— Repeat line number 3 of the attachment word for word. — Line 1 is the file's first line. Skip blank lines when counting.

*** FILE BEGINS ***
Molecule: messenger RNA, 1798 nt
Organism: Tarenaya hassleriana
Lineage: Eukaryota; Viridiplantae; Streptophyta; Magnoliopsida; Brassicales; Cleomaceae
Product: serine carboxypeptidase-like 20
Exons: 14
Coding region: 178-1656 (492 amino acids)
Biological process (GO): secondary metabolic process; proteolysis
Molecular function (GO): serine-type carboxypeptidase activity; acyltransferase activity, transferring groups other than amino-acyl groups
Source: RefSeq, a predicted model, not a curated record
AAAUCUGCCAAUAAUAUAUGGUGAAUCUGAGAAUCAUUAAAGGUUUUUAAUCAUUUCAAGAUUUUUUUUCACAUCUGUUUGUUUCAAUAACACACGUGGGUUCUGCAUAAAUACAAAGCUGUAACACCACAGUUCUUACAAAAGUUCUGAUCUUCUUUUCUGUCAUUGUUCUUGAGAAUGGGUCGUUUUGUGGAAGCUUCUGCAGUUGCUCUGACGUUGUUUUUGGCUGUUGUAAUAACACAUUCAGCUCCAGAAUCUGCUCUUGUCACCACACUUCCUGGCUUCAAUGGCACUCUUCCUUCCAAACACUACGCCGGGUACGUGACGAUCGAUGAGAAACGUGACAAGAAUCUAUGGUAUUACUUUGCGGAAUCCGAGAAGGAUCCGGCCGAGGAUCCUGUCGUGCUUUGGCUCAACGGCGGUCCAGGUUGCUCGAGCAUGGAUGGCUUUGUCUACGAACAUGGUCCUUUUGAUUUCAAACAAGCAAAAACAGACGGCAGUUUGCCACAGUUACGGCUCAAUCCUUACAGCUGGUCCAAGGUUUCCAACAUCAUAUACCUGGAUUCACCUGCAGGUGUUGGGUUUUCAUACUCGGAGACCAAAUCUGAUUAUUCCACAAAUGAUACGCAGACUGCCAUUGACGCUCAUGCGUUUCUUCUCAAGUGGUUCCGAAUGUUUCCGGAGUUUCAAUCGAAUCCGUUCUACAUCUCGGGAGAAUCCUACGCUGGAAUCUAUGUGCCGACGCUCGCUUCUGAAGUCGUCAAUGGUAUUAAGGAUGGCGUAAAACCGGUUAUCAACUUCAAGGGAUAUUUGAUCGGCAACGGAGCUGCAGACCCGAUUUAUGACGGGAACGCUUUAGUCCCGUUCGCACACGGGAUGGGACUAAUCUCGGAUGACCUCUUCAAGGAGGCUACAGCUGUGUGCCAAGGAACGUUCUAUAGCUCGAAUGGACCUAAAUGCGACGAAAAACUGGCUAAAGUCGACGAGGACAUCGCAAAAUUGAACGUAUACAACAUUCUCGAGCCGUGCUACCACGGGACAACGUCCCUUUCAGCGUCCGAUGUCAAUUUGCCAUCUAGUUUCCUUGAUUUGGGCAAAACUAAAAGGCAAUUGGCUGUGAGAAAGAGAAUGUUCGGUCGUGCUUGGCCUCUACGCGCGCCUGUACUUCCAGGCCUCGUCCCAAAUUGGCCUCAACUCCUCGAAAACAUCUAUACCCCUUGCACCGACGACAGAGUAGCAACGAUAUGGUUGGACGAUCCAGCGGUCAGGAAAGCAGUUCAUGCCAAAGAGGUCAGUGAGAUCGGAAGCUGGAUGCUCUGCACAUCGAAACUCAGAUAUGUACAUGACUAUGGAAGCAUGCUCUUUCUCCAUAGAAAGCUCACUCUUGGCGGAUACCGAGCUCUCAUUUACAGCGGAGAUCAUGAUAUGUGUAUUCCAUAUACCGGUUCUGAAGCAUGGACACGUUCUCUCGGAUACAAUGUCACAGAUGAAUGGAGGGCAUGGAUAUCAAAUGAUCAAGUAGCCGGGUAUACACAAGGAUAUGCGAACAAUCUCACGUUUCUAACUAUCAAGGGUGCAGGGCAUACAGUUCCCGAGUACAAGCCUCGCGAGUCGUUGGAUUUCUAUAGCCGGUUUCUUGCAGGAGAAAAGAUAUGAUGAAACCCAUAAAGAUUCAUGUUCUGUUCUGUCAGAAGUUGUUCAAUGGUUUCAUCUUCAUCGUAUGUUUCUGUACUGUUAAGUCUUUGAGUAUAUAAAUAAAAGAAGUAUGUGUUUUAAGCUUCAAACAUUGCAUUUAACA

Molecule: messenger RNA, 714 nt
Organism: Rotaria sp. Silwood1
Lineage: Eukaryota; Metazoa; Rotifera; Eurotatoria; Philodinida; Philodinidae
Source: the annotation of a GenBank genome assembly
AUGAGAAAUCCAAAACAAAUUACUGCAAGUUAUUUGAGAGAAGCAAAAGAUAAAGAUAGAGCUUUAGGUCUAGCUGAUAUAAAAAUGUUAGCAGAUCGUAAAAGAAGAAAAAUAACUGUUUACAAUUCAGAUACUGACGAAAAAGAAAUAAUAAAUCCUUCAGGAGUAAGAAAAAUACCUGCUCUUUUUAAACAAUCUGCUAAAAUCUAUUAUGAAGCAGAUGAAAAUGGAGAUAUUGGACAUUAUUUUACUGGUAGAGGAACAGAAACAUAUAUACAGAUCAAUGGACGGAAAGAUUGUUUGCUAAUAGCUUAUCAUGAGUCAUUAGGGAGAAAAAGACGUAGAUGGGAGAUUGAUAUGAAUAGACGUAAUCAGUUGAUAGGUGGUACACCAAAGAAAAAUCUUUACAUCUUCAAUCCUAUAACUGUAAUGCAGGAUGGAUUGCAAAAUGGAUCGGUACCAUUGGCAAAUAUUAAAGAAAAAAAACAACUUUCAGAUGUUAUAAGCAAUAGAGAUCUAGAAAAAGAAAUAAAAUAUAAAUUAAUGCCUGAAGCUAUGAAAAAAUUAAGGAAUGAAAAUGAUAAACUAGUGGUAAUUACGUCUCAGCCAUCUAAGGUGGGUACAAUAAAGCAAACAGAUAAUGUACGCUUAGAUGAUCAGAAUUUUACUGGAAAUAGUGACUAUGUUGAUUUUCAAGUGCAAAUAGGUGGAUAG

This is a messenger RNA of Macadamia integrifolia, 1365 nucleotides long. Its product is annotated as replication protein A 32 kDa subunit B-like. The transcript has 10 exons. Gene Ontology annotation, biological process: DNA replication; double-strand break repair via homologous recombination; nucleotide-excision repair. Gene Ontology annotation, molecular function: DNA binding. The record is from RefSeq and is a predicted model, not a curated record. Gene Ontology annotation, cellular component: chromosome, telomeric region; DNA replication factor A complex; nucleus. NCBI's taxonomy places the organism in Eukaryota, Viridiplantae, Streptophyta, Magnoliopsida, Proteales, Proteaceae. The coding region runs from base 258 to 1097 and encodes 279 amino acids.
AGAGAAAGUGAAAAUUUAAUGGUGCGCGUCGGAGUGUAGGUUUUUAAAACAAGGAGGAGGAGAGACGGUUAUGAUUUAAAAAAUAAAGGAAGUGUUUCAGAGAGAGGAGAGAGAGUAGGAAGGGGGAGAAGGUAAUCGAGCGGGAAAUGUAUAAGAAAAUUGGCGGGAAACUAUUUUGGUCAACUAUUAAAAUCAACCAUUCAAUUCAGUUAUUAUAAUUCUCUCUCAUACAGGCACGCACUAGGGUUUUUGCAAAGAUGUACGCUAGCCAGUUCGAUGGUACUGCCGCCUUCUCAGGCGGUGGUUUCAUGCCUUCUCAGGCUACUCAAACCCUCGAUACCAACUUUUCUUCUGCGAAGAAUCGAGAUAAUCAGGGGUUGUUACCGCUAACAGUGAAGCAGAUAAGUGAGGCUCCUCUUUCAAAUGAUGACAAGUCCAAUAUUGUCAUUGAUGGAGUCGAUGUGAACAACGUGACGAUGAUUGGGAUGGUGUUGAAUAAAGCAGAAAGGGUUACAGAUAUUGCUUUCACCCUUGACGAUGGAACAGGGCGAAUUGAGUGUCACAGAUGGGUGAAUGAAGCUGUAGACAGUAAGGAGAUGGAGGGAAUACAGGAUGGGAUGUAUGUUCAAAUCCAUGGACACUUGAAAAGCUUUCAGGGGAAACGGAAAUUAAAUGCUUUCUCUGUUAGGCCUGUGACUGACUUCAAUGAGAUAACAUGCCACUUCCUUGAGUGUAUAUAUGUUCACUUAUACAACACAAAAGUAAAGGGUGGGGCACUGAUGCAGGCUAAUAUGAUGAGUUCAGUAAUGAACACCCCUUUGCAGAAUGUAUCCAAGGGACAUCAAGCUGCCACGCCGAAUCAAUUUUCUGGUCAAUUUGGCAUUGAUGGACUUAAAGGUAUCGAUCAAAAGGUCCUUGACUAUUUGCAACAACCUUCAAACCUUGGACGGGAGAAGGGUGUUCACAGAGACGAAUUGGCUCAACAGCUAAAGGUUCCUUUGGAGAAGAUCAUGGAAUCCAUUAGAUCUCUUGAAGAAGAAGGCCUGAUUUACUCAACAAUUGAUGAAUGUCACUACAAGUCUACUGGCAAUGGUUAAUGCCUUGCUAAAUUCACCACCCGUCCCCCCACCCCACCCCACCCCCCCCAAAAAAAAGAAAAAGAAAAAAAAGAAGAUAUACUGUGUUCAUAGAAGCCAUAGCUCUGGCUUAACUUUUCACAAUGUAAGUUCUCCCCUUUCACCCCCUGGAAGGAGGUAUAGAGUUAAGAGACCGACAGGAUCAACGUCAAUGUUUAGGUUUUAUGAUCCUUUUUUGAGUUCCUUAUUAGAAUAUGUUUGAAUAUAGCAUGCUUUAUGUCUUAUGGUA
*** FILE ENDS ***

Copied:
Lineage: Eukaryota; Viridiplantae; Streptophyta; Magnoliopsida; Brassicales; Cleomaceae